Map of part of the Lower Mississippi meander belt (Fisk 1944, United States Army Corps of Engineers)
Flowing water, like air, tends to be regarded as immaterial. Anything that is fluid, anything that flows, is not usually counted as material culture, no matter how culturally shaped and manipulated it might be. Once accepted as archaeological matter in its own right, however – once incorporated into the archaeologist’s way of seeing – flowing water and other kinds of material flow can radically transform the perception of past landscapes, adding another dimension to archaeological interpretation.
The following manifesto for archaeology of flow is an extract from a new book on the archaeology of rivers and other flows of materials. It argues that rivers – the ‘dark matter’ of landscape archaeology – are just as susceptible to archaeological and historical analysis as more solid parts of landscapes are.
To mark the first Contemporary and Historical Archaeology in Theory (CHAT) conference to take place outside of the British Isles, the 2011 conference theme will explore people and things in motion in both the historical and contemporary pasts. From the movement of billions of peoples and things across the world’s oceans to the proliferation of multi-national corporations and brands, the last five hundred years have brought about the birth of a truly globalized world. We expect that some presenters will emphasize what they see as the positive aspects of global movements, e.g., the emergence of new social groups, materials, and technologies, while others will examine the negative effects of globalization, such as the destruction of cultures and heritages, exploitation of resources, and slavery and forced migration.
The CHAT Conference at the University of Aberdeen, November 12th-14th, 2010
Union Square from the Citadel, Aberdeen. Photo taken by Lyn Mcleod and licensed for reuse under the Creative Commons Attribution-ShareAlike 2.0 license.
The Contemporary and Historical Archaeology in Theory Conference (CHAT for short) takes a different guise wherever it goes. This year it was held in the granite-grey, invigorating city of Aberdeen in northern Scotland, taking ‘North’ itself as its theme. As Tim Ingold put it in his keynote address, it consisted of ‘conversations from the North: scholars of many disciplines and inhabitants of many places in dialogue with one another, with animals and plants, and with the land’.
Figure 1. ‘Metropolis Globe New York’ by Werner Kunz, distributed under a Creative Commons licence from http://www.flickr.com/photos/werkunz/3545012600/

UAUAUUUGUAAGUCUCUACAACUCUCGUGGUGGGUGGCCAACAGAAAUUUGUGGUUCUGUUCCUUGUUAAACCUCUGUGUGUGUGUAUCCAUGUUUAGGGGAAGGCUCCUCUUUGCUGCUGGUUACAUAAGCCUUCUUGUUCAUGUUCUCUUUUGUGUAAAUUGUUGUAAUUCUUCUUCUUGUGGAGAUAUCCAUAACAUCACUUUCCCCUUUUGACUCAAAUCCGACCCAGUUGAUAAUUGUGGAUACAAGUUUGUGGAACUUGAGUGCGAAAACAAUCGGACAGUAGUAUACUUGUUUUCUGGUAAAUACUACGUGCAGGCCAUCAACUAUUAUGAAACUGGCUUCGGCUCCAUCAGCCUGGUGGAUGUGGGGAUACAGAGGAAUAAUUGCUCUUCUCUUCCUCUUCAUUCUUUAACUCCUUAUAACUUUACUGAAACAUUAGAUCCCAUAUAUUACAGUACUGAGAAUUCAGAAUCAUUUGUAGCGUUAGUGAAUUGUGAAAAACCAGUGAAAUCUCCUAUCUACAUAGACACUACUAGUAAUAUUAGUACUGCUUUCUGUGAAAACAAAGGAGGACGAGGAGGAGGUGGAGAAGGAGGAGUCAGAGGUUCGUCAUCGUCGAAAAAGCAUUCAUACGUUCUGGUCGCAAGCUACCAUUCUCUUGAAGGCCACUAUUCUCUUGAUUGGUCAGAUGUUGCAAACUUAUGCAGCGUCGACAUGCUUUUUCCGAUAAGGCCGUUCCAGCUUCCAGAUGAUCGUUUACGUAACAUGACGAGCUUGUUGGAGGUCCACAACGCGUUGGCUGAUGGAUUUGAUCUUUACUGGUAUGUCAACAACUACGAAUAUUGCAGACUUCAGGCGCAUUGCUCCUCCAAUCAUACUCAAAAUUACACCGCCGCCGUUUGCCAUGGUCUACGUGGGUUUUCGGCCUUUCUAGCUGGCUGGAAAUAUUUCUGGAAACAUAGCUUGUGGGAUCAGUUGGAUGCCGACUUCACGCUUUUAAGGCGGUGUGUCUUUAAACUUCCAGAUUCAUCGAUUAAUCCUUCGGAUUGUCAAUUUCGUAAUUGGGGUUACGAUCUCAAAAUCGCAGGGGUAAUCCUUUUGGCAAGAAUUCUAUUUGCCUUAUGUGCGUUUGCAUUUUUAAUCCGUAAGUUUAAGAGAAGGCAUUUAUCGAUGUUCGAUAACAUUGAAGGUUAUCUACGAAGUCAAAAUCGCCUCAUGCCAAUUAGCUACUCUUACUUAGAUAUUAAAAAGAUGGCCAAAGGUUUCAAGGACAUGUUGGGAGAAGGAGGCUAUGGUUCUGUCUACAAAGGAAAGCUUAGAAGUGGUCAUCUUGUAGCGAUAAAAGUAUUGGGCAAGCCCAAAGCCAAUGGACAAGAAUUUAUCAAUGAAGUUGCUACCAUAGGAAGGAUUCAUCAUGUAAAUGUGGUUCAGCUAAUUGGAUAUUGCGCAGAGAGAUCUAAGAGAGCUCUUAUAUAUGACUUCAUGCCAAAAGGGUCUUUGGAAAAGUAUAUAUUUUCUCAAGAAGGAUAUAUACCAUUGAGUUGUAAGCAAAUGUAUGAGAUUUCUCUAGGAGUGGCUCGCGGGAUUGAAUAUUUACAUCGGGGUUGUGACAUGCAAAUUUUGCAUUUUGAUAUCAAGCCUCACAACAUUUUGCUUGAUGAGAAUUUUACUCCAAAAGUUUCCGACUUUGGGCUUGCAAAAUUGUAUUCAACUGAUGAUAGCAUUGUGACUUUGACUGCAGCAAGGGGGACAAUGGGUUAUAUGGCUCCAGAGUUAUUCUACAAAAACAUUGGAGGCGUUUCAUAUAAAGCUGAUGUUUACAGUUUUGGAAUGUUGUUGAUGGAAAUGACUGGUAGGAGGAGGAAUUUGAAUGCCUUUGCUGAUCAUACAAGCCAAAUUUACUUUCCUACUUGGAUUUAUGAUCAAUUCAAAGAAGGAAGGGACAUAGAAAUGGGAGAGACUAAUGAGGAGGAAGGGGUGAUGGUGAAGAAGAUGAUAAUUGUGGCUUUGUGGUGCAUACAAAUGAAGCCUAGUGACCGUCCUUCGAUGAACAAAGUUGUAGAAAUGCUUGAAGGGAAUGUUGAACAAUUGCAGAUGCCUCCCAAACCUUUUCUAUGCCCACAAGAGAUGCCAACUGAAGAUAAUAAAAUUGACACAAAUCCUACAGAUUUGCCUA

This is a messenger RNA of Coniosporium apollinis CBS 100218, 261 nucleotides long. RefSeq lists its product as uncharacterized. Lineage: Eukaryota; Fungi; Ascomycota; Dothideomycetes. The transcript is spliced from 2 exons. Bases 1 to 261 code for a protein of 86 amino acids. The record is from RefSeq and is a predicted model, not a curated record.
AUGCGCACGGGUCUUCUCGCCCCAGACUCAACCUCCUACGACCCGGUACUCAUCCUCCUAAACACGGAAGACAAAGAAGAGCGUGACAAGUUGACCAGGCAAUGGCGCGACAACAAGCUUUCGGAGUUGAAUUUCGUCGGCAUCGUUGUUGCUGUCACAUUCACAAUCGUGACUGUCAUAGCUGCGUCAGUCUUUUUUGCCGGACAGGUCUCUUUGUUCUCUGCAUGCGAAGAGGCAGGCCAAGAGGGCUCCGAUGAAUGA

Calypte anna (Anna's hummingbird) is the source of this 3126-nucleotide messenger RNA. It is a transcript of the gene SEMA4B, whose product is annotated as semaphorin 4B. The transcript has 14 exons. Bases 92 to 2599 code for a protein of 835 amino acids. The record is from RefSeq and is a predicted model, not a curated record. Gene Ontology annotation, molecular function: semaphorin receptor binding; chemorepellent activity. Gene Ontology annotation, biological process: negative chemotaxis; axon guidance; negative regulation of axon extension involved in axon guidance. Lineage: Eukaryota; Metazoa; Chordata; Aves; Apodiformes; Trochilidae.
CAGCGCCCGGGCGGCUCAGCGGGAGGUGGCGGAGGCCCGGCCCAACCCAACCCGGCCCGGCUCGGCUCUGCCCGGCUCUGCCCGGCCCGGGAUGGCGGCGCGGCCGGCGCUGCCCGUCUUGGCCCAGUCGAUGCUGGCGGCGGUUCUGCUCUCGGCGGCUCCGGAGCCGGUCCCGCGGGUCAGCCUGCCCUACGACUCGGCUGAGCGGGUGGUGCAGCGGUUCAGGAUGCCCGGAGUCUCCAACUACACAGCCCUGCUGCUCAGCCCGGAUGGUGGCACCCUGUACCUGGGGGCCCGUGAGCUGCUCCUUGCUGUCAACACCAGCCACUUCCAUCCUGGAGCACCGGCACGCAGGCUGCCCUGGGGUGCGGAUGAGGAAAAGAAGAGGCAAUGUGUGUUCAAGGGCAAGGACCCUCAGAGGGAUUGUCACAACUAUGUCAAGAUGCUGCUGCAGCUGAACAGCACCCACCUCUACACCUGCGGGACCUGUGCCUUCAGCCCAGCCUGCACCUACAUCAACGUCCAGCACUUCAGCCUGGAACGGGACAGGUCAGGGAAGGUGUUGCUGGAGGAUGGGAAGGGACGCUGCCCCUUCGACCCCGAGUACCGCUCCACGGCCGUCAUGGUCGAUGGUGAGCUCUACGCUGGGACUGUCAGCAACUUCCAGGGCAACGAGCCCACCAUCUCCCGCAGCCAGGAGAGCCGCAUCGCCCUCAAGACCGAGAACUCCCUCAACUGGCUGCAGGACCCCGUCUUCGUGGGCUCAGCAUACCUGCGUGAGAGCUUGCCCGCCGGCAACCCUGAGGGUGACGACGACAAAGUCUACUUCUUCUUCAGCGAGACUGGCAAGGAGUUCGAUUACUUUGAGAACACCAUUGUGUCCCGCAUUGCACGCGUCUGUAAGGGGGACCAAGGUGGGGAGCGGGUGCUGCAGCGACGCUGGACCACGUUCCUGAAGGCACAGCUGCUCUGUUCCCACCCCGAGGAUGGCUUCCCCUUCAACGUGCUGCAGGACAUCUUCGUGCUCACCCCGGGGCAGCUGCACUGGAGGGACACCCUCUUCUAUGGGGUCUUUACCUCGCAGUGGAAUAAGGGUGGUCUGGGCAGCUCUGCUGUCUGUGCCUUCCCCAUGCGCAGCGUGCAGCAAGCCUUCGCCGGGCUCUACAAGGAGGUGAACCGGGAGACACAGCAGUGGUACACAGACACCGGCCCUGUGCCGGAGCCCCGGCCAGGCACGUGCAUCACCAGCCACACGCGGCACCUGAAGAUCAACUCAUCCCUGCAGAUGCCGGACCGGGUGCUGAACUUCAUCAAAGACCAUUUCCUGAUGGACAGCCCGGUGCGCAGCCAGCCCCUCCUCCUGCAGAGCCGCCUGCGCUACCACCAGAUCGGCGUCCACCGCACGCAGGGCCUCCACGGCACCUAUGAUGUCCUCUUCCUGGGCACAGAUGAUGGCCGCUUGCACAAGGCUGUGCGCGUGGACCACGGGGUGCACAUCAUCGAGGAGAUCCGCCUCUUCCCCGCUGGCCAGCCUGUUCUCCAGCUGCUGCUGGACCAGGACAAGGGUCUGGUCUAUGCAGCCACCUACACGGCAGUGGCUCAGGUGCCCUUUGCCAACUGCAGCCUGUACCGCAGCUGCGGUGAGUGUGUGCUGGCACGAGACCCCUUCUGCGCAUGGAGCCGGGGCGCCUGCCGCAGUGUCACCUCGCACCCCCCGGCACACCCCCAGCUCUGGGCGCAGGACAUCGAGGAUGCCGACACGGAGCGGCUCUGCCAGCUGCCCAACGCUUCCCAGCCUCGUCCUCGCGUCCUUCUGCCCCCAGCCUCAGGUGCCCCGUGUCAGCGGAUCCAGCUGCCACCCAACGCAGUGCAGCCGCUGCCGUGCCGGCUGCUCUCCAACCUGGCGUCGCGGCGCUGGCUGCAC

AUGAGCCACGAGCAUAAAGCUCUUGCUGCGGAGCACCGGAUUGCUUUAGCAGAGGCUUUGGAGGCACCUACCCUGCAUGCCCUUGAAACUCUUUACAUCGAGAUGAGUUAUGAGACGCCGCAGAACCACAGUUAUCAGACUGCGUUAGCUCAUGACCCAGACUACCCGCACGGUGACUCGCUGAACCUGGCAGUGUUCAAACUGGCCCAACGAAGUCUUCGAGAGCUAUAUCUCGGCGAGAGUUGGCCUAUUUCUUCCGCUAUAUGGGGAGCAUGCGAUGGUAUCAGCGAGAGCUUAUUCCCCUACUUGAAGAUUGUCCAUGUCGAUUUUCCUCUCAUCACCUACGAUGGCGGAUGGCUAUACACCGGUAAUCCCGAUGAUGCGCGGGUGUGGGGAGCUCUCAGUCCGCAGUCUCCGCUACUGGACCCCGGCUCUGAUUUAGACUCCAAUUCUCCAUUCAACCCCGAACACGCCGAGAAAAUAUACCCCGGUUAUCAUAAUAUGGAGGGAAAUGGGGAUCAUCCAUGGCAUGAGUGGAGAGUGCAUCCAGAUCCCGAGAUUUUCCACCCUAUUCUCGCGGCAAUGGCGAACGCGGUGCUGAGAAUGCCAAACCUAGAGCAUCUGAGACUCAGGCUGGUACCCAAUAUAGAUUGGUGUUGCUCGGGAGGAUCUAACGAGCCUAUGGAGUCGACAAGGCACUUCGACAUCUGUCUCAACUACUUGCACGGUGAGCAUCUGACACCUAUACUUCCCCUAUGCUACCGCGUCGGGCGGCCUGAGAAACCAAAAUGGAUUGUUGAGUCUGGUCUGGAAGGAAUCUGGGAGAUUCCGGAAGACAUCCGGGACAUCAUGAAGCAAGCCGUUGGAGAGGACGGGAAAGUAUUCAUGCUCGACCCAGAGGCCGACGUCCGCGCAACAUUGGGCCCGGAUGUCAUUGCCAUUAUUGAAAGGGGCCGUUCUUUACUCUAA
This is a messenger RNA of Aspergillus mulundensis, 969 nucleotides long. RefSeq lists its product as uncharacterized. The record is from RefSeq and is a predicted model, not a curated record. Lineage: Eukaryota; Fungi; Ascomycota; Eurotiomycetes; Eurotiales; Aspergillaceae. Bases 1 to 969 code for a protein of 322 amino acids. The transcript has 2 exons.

This paper briefly summarises recent discussions of the anthropocene by geologists, biochemists, climatologists, and other scientists. It goes on to argue that archaeologists should engage with these issues too.
The scenario: a team of specialists are discovering artifacts from the past and attempting to establish their mode of origin. Tool-marks and other traces of human action come into view. Artificial patterns emerge and take shape from the material field that has just been worked, standing out as figures against a natural background. With experience it becomes possible to tell artifacts apart from similar-looking natural objects or features. A skilled practitioner can work out what kind of past human action gave rise to them and what sort of tools were being used at the time.
Is this a description of archaeological excavation?
No. There are other archaeologies, other archaeologists (though they may not style themselves as such). They inhabit worlds parallel to our own, dealing for the most part with different kinds of substances and materials, using different equipment, in different environments or sites of discovery. This article deals with one of those parallel worlds, where a kind of archaeology is routinely practiced; this is the world of the scientific laboratory.
(Photo by dpape, 2009. Creative Commons Licence. http://www.flickr.com/photos/dpape/4057926815/).
Installation of ‘Na Fáná Fuachtmhar’, a new sculpture by Kevin O’Dwyer, artist in residence at the Sixth World Archaeological Congress at University College Dublin. With an excerpt from UCD Scholarcast: Archaeologies of Art.
‘Na Fáná Fuachtmhar’ was inspired by the incised chevron motifs found inside the Megalithic Passage Tomb at Fourknocks, Co. Meath. The chevron motif, a symbol common to many cultures throughout the world dating from the Neolithic period, is suggestive of the W-shaped constellation, Cassiopeia, which would have been visible through the passage tomb between 3000BC and 2500BC. Na Fáná Fuachtmhar incorporates this ancient symbol into a series of strong architectural forms as a contemporary play on the great standing stones found in Neolithic settlements throughout Europe. The sculpture celebrates the interrelationship between art and archaeology explored during the Sixth World Archaeology Conference at University College Dublin in 2008.